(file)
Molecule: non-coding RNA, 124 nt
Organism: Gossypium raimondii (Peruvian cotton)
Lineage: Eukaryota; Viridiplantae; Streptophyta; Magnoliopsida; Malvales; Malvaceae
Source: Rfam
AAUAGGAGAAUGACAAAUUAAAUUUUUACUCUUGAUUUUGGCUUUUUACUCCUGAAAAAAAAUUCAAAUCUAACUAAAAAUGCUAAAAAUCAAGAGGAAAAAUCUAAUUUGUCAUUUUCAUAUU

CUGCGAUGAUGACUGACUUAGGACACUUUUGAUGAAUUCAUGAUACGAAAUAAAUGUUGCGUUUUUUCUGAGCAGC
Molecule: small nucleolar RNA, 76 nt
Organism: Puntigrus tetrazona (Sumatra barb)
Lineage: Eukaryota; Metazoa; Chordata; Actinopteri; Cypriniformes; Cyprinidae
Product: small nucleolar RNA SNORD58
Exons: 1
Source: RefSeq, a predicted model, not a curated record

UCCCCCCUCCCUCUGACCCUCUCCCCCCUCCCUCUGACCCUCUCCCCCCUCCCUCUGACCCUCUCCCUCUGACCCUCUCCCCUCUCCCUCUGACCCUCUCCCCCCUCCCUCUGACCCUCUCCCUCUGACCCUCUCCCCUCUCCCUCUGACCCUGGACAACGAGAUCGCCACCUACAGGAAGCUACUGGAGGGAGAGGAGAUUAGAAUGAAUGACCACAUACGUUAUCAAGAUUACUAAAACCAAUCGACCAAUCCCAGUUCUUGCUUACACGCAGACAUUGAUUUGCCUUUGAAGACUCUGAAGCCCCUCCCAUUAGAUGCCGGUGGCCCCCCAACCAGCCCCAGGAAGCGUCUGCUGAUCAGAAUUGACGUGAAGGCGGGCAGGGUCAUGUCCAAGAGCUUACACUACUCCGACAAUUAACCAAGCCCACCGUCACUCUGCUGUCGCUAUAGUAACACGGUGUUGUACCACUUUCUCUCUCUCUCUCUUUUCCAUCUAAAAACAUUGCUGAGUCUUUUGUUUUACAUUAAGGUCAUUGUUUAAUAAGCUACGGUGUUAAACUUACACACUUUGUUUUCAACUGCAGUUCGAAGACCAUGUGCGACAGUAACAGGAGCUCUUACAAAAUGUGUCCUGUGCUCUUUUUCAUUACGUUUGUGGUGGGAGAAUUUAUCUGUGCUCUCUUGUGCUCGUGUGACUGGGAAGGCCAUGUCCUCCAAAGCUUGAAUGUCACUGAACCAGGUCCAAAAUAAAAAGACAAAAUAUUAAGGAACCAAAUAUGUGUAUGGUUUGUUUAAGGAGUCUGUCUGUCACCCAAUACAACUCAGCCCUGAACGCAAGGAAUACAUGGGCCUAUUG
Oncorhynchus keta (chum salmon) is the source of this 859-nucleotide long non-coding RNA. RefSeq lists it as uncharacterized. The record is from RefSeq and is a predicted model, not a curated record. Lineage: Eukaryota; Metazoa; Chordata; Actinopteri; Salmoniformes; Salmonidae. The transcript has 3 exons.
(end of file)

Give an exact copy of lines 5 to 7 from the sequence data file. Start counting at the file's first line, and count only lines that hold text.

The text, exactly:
AAUAGGAGAAUGACAAAUUAAAUUUUUACUCUUGAUUUUGGCUUUUUACUCCUGAAAAAAAAUUCAAAUCUAACUAAAAAUGCUAAAAAUCAAGAGGAAAAAUCUAAUUUGUCAUUUUCAUAUU

CUGCGAUGAUGACUGACUUAGGACACUUUUGAUGAAUUCAUGAUACGAAAUAAAUGUUGCGUUUUUUCUGAGCAGC
Molecule: small nucleolar RNA, 76 nt